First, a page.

For the conventional PP grades, a sharp increase in the melt strength is observed at low extrusion temperatures approaching the melting point of PP, which is about 165 [degrees] C. Such an effect has been observed previously for PP by Ghijsels and De Clippeleir (9), but has not occurred with polyethylene. This phenomenon is thought to be caused by flow-induced crystallization (9, 12, 13). For certain polymer melts such as PP, a crystalline structure can be formed in the melt under high stress, particularly when combined with high pressure and low temperature. The formation of the melt structure is mainly due to stretching of the polymer rather than shear flow. In the melt strength measurement, flow-induced crystallization can occur in the entrance of the capillary die where converging flow and stretching of polymer melt is taking place. Further crystallization can occur when the polymer melt leaves the capillary die and is stretched by the nip rollers of the melt strength tester. The sharp increase in melt strength in the low extrusion temperature region is not observed for the HMS PP, which shows a linear increase in melt strength with decreasing temperature over all the temperature range. This effect could be due to the different molecular structure in the modified PP.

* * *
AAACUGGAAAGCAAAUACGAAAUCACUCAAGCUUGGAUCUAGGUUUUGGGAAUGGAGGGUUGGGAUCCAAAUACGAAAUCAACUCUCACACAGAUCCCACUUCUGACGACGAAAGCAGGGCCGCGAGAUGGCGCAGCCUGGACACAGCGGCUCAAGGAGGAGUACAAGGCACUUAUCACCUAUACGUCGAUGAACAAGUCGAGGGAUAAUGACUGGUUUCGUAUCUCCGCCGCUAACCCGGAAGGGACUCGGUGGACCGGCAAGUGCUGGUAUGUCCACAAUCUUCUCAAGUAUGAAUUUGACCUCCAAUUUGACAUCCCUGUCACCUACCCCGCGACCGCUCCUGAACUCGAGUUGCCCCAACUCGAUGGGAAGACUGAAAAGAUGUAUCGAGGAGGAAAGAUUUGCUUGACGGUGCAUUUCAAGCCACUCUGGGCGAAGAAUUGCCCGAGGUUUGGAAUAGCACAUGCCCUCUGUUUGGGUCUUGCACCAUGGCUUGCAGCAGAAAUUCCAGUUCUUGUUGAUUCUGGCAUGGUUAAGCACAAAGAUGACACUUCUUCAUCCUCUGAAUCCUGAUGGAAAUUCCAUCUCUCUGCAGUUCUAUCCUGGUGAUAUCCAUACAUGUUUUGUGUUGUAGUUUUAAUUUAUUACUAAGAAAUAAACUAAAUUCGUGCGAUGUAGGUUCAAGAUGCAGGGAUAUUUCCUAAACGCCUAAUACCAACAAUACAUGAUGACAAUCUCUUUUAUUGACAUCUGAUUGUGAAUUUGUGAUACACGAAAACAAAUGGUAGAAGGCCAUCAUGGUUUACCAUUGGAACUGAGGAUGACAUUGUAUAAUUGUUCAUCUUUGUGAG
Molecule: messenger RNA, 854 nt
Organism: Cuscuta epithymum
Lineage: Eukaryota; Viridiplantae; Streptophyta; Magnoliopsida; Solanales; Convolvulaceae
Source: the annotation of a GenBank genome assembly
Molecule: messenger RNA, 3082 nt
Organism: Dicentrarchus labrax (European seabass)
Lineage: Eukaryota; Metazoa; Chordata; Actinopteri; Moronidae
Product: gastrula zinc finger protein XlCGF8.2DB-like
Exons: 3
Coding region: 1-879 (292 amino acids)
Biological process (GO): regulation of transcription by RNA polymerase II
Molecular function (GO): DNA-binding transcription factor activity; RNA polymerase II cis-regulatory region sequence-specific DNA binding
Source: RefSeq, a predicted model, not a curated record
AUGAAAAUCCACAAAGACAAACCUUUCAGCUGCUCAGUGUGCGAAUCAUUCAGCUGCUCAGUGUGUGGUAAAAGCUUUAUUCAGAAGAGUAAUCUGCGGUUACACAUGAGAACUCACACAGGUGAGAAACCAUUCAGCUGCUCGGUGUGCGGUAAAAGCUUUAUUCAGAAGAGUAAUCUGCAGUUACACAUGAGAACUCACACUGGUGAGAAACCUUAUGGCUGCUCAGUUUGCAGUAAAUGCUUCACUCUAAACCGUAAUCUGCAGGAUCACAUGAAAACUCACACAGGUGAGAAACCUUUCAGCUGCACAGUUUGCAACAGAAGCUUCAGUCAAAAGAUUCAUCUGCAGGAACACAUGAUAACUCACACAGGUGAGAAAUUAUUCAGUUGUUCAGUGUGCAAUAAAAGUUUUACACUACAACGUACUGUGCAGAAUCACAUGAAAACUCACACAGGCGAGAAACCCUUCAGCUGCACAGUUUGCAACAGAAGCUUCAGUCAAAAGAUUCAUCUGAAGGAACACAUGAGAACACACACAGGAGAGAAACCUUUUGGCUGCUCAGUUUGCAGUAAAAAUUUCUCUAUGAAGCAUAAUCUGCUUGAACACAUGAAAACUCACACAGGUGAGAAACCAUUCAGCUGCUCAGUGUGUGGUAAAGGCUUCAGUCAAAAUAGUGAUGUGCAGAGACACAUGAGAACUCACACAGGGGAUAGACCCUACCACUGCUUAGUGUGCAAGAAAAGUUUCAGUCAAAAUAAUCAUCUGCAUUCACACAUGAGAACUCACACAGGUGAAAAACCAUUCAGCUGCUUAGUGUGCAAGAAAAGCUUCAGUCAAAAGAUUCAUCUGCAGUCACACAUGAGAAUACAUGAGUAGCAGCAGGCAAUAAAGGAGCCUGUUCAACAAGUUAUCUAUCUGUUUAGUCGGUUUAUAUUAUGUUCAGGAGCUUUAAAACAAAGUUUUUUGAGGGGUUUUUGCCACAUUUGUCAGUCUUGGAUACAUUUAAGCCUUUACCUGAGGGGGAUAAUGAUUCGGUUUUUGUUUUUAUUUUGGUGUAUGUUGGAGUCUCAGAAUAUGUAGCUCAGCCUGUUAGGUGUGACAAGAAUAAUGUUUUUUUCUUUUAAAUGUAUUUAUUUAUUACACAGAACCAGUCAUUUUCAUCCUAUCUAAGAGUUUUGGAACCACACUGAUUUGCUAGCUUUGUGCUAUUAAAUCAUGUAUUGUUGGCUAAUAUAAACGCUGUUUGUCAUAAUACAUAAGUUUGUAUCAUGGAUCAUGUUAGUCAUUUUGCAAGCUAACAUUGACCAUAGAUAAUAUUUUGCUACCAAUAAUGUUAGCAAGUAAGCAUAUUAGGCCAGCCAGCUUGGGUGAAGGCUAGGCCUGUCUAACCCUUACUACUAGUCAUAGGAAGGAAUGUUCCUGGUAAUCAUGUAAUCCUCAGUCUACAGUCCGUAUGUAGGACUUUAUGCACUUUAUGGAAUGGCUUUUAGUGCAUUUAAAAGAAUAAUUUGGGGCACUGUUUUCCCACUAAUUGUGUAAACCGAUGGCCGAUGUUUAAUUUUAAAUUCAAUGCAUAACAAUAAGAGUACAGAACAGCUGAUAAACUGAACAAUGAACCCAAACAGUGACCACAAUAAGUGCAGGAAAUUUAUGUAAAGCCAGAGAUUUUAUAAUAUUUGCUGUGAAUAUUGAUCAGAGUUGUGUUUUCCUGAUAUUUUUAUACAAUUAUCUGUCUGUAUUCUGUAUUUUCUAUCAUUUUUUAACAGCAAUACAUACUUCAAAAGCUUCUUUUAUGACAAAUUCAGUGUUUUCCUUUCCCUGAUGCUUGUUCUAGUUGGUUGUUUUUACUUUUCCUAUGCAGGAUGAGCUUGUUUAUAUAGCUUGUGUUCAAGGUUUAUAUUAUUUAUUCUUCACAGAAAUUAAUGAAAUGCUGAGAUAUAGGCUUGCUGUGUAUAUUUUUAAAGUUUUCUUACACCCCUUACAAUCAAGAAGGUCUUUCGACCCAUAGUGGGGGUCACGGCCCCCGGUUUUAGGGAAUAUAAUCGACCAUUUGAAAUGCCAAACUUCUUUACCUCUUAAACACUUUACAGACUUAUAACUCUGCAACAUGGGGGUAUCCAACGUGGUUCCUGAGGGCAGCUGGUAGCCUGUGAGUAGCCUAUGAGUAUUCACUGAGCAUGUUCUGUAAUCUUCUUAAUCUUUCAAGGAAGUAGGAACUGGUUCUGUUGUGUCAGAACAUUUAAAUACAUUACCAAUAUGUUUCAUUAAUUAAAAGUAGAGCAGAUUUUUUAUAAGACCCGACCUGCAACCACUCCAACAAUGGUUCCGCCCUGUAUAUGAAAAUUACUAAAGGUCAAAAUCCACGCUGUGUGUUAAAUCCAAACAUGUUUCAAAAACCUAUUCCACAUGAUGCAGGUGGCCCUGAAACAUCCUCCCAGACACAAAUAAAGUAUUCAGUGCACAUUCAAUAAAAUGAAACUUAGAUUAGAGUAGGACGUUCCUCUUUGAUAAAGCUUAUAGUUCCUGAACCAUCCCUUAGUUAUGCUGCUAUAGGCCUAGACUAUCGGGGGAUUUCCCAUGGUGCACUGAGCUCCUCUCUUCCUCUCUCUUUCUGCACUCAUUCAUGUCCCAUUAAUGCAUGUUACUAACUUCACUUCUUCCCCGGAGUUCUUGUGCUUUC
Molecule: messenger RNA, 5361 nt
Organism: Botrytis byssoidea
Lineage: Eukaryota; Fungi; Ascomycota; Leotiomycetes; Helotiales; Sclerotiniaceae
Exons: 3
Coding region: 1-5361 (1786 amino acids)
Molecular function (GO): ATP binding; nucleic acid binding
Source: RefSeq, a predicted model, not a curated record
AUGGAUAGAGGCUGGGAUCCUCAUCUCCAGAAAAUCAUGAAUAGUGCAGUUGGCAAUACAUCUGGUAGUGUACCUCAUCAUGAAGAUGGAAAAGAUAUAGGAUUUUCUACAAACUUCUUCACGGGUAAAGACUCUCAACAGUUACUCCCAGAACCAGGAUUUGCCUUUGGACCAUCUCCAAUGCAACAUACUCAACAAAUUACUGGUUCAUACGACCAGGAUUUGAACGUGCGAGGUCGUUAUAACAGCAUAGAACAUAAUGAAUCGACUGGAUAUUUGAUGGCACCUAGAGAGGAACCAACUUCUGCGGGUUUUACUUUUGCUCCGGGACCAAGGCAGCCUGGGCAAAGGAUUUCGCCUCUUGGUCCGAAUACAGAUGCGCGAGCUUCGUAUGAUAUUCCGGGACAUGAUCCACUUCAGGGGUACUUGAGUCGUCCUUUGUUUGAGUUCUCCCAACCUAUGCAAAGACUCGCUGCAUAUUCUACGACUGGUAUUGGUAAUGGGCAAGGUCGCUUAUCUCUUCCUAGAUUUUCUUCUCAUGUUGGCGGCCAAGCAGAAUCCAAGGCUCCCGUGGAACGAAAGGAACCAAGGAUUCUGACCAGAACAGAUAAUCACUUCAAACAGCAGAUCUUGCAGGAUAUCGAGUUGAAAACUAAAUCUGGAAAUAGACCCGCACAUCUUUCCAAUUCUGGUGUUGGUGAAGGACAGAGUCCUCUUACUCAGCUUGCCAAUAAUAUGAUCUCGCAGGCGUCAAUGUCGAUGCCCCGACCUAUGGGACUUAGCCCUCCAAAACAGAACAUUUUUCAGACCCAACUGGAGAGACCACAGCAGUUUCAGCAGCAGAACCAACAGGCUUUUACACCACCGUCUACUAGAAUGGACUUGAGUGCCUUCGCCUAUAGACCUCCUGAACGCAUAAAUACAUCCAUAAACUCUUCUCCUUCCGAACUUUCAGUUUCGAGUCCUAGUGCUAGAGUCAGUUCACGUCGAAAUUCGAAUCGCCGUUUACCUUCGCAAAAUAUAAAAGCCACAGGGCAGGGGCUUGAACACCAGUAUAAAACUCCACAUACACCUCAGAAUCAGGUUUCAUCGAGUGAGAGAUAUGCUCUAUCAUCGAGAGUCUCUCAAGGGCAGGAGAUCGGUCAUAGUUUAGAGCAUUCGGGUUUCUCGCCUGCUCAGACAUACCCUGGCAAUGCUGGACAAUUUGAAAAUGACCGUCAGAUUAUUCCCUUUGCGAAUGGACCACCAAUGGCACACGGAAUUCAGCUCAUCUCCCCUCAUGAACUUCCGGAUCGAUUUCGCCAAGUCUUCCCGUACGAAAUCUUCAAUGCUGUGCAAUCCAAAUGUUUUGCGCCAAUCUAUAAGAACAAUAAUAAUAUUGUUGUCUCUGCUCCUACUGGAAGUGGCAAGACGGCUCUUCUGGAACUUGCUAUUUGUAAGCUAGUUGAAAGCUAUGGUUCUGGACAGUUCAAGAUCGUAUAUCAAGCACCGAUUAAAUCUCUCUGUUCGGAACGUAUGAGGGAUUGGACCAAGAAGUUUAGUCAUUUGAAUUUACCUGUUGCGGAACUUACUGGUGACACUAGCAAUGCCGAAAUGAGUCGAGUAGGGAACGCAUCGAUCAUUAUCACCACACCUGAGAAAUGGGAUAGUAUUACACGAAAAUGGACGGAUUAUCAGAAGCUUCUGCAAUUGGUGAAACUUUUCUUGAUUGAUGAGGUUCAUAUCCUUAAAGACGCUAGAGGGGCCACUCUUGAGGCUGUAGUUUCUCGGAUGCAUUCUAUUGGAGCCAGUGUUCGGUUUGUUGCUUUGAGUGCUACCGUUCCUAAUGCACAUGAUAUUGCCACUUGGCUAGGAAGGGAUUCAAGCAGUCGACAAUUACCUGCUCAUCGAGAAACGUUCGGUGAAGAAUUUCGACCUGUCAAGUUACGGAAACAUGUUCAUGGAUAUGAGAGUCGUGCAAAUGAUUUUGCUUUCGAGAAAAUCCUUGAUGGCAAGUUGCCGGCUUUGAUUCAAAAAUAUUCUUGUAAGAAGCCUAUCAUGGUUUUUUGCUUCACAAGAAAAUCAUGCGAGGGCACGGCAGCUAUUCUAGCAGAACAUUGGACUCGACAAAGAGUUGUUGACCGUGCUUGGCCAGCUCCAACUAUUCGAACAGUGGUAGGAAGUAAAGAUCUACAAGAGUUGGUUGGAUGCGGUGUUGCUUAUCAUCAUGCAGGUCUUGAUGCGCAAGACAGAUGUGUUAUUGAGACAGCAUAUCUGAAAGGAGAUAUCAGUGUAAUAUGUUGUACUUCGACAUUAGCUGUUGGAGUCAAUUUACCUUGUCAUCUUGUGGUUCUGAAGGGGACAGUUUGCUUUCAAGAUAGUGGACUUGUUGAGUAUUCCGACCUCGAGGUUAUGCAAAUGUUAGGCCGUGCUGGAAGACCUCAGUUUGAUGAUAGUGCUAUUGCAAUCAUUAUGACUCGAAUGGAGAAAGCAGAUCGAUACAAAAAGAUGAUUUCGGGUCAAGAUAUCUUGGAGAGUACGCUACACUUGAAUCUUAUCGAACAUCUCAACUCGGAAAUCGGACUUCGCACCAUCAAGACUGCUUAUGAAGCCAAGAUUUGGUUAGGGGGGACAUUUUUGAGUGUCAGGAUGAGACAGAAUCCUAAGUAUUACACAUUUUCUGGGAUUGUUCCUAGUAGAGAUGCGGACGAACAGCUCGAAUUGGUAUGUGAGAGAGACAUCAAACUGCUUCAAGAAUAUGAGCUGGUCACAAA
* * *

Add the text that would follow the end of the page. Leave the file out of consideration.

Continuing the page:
The temperature dependence of the melt strength can be further studied by using the Arrhenius type equation as shown in Eq 1 [ILLUSTRATION FOR FIGURE 6 OMITTED]:

Log (melt strength) = E/RT + Log C (1)

In Eq 1, C is a constant, E is the activation energy of melt strength (J/mol), R is the molar gas constant (8.314 J/mol.K) and T is the absolute temperature (K).

[TABULAR DATA FOR TABLE 3 OMITTED]